7. Lack of research funding in Business & Management: I would normally expect competitively funded research to provide higher impact research output. A comparison of Australian Research Council Discovery grants for 2002–2005 showed that whereas funding in Economics was commensurate with its proportion of academic staff, Business & Management only accounted for 2.1% of the grants even though 12.6% of academic staff in Australian universities was employed in this field. In comparison, Engineering & Technology received 14.5% of the grants awarded for 6.9% of staff.


Australia’s lack of research impact – measured as citations per paper – in Economics & Business appears to be a persistent phenomenon. Unfortunately, many of the potential explanations refer to circumstances that are difficult to change. However, a change in research evaluation to a system that rewards quality as well as quantity might resolve some of these problems and can be implemented at the level of individual universities. In 2003 Linda Butler contrasted the differential research policies of the University of Queensland (focusing on quality) and the University of Western Australia (focusing on quantity). In 2016 UQ was the highest ranked Australian university in terms of citations per paper and UWA was one of the three lowest ranked. Food for thought…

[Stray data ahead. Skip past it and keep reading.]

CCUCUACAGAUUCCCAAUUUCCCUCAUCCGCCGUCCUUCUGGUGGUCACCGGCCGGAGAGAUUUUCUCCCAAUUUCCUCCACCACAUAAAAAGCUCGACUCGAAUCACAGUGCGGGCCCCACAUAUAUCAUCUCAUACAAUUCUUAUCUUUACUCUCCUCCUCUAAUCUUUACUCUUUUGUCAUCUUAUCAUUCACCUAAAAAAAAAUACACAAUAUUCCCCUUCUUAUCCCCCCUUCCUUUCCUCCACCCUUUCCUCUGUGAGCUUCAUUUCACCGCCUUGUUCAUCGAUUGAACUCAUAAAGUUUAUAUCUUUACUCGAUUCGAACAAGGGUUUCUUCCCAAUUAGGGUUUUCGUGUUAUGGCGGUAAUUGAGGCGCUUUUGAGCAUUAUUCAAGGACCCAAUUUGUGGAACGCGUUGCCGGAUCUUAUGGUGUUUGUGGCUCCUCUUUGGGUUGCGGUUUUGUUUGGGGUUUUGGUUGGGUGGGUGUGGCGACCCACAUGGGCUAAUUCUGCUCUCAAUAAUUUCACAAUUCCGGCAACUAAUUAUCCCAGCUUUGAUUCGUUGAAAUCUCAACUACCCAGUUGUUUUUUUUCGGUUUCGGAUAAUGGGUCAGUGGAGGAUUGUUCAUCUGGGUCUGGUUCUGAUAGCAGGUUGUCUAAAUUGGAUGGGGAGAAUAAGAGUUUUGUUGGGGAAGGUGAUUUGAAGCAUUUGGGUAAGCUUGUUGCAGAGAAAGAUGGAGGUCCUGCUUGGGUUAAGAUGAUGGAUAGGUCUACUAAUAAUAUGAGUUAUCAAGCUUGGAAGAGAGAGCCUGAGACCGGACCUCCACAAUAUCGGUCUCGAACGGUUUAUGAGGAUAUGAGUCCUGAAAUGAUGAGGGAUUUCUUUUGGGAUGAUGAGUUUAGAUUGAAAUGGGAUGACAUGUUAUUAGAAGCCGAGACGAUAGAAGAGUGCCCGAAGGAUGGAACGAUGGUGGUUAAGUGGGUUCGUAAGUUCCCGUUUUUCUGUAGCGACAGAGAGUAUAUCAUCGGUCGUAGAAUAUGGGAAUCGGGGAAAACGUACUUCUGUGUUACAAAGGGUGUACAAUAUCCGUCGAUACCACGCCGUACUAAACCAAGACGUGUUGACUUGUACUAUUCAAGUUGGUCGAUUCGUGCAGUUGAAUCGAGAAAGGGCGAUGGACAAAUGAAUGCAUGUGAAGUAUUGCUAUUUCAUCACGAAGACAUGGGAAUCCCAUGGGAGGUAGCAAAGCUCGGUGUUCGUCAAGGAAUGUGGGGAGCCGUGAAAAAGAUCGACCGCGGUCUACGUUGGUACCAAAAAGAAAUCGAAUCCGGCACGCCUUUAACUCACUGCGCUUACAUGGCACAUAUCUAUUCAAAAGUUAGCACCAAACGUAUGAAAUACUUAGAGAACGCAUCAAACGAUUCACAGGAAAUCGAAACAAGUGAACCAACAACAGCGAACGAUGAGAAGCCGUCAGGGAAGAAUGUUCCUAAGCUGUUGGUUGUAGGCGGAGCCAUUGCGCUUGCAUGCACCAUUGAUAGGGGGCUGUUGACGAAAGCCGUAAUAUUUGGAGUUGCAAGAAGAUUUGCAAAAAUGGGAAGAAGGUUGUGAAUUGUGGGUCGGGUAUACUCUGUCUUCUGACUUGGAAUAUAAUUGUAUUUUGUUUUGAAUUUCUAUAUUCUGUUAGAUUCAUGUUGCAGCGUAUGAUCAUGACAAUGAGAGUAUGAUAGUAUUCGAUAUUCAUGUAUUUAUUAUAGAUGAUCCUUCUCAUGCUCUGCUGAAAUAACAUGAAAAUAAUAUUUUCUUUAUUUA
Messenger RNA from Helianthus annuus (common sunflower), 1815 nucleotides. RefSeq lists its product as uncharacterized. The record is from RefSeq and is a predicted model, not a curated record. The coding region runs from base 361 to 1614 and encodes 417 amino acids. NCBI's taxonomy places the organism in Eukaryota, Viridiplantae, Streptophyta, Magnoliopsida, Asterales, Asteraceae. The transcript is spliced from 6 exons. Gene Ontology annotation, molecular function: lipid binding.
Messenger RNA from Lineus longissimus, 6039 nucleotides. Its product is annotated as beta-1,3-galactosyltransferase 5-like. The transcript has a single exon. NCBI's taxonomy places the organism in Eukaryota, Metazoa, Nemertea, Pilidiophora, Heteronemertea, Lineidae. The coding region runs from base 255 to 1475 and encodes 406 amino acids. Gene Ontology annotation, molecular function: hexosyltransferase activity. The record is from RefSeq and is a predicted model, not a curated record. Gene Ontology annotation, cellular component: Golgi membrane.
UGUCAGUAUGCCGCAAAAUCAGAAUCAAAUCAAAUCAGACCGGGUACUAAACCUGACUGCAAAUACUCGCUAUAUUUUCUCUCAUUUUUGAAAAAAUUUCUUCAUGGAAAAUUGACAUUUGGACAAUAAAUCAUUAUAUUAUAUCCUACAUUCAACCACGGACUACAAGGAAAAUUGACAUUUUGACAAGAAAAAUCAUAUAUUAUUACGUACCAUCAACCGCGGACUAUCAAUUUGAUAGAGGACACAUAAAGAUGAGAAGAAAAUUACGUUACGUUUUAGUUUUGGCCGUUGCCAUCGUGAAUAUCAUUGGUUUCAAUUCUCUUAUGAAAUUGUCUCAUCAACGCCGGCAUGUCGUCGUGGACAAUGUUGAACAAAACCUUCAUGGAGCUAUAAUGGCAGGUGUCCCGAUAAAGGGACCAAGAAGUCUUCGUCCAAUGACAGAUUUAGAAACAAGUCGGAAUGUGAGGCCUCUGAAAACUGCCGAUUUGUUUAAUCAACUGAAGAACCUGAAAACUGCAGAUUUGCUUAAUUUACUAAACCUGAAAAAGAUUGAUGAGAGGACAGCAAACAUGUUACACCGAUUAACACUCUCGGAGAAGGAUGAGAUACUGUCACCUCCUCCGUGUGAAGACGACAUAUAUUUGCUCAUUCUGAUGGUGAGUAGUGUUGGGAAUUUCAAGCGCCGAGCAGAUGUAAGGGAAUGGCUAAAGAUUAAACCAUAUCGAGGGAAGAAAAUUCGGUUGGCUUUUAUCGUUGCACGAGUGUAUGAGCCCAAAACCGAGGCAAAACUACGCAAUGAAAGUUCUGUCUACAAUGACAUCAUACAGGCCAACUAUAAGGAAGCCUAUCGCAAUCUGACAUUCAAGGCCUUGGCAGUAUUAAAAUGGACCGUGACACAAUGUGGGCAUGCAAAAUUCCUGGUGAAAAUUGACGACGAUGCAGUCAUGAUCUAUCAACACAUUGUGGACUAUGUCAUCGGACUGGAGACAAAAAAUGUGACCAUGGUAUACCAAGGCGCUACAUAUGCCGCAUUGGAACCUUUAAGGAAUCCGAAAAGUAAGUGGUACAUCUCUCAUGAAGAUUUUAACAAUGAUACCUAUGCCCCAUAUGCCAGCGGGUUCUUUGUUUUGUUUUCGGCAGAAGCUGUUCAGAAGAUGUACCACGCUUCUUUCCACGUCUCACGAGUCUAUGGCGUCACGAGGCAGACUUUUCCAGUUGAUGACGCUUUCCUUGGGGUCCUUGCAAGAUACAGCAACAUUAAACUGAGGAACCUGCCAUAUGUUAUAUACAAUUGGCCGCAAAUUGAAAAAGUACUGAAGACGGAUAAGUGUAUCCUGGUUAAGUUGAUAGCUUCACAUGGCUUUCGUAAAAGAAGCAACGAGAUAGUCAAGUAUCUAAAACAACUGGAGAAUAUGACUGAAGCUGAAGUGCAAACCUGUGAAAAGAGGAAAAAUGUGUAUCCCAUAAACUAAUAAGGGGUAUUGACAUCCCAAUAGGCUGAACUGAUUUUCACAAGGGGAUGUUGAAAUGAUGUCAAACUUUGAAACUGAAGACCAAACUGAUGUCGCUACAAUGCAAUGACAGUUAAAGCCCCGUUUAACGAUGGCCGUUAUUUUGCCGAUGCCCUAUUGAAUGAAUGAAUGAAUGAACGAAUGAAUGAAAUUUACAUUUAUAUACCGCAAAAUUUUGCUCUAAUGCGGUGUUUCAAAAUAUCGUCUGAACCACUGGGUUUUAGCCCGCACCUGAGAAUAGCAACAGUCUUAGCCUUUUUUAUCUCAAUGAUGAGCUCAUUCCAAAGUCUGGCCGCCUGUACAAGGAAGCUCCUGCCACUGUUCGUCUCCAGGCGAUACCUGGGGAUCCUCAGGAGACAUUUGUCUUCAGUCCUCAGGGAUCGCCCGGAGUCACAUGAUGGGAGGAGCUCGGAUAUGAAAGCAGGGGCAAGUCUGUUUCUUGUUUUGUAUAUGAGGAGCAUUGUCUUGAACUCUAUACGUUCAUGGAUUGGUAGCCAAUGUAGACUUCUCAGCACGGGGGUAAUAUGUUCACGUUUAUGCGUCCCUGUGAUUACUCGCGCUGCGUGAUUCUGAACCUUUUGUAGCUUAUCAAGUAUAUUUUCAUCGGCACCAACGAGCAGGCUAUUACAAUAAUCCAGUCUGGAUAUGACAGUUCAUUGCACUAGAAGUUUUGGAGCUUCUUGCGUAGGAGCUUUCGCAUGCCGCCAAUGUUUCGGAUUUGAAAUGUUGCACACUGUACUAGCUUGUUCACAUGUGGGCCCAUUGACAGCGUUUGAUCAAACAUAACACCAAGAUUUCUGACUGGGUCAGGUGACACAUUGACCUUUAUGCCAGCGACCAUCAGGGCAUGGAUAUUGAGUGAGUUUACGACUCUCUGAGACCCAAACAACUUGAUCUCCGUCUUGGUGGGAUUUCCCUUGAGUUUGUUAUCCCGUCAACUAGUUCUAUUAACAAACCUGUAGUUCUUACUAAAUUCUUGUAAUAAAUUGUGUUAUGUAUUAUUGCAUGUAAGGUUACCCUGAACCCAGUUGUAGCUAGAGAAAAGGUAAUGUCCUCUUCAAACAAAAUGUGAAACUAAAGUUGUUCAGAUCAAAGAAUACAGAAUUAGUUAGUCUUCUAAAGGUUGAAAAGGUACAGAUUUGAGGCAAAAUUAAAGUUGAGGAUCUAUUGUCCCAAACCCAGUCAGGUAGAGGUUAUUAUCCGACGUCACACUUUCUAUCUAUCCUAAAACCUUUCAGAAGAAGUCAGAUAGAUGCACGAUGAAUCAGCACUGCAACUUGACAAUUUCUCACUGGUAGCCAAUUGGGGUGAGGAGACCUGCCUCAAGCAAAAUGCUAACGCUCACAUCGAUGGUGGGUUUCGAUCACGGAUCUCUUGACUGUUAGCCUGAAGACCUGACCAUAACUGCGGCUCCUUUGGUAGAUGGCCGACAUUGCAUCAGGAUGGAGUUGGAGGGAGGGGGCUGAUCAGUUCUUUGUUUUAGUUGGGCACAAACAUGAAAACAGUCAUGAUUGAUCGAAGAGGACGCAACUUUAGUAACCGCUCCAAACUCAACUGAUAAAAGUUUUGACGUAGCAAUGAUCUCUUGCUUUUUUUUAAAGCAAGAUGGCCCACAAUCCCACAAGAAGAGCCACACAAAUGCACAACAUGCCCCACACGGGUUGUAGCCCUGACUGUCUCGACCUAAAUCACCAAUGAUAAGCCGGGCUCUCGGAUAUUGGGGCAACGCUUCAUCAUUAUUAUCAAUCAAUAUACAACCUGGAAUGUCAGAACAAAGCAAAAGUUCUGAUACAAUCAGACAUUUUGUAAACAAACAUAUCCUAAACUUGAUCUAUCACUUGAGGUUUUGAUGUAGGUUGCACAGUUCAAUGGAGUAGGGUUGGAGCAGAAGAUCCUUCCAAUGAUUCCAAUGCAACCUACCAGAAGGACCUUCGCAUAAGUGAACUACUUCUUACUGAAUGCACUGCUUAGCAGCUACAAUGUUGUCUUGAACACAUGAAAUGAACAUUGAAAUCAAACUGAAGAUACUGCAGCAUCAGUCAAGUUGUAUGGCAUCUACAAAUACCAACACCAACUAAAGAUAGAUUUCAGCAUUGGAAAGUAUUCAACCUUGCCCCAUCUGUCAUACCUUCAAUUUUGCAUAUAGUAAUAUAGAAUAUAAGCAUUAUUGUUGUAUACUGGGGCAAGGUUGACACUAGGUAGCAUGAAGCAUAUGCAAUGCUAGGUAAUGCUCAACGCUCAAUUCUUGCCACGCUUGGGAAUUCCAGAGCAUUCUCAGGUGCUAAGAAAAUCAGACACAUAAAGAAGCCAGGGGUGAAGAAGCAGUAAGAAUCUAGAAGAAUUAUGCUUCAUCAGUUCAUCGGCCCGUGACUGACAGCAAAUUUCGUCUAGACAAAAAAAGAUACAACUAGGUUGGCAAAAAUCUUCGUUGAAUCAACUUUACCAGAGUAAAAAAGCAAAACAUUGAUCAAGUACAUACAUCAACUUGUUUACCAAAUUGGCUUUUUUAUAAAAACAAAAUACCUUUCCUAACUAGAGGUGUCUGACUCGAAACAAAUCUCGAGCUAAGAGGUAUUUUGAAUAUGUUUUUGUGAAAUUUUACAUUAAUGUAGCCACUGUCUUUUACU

• Butler, Linda (2003). Explaining Australia’s increased share of ISI publications—the effects of a funding formula based on publication counts. Research Policy, 32(1): 143-155.

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How to cite this blog?

A free pre-publication version of this paper is hyperlinked. If you’d like to have an official reprint, just drop me an email. If you refer to my work I would prefer you to cite the original paper. However, if you want to refer to the new information in this blog, please do so as follows:

  • Harzing, A.W. (2017) Australian research output in Economics & Business: quantity over quality?, blog,